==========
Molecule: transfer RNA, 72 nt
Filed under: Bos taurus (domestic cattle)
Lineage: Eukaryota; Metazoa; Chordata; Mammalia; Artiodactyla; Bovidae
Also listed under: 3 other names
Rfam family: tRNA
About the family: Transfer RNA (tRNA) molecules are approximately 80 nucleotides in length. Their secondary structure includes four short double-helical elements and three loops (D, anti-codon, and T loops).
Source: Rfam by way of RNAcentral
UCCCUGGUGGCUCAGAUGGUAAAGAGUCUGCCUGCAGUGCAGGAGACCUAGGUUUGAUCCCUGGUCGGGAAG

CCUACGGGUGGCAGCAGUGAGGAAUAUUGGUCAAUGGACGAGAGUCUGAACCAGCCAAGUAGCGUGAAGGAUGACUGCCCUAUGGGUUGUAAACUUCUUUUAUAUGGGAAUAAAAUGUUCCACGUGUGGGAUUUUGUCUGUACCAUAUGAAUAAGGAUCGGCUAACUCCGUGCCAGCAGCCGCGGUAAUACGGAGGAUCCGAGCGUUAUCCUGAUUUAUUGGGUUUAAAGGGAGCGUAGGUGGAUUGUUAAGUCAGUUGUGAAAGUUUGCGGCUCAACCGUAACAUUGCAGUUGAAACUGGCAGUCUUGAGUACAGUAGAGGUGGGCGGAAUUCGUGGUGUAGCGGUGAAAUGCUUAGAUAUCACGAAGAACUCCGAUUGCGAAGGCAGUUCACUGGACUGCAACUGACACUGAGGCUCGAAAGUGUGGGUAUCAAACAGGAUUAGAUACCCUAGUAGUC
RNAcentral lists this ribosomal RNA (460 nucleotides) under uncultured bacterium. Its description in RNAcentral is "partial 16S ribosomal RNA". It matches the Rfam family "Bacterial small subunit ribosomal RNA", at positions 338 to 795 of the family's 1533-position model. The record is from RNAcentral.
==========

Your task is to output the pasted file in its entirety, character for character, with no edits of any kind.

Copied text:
Molecule: transfer RNA, 72 nt
Filed under: Bos taurus (domestic cattle)
Lineage: Eukaryota; Metazoa; Chordata; Mammalia; Artiodactyla; Bovidae
Also listed under: 3 other names
Rfam family: tRNA
About the family: Transfer RNA (tRNA) molecules are approximately 80 nucleotides in length. Their secondary structure includes four short double-helical elements and three loops (D, anti-codon, and T loops).
Source: Rfam by way of RNAcentral
UCCCUGGUGGCUCAGAUGGUAAAGAGUCUGCCUGCAGUGCAGGAGACCUAGGUUUGAUCCCUGGUCGGGAAG

CCUACGGGUGGCAGCAGUGAGGAAUAUUGGUCAAUGGACGAGAGUCUGAACCAGCCAAGUAGCGUGAAGGAUGACUGCCCUAUGGGUUGUAAACUUCUUUUAUAUGGGAAUAAAAUGUUCCACGUGUGGGAUUUUGUCUGUACCAUAUGAAUAAGGAUCGGCUAACUCCGUGCCAGCAGCCGCGGUAAUACGGAGGAUCCGAGCGUUAUCCUGAUUUAUUGGGUUUAAAGGGAGCGUAGGUGGAUUGUUAAGUCAGUUGUGAAAGUUUGCGGCUCAACCGUAACAUUGCAGUUGAAACUGGCAGUCUUGAGUACAGUAGAGGUGGGCGGAAUUCGUGGUGUAGCGGUGAAAUGCUUAGAUAUCACGAAGAACUCCGAUUGCGAAGGCAGUUCACUGGACUGCAACUGACACUGAGGCUCGAAAGUGUGGGUAUCAAACAGGAUUAGAUACCCUAGUAGUC
RNAcentral lists this ribosomal RNA (460 nucleotides) under uncultured bacterium. Its description in RNAcentral is "partial 16S ribosomal RNA". It matches the Rfam family "Bacterial small subunit ribosomal RNA", at positions 338 to 795 of the family's 1533-position model. The record is from RNAcentral.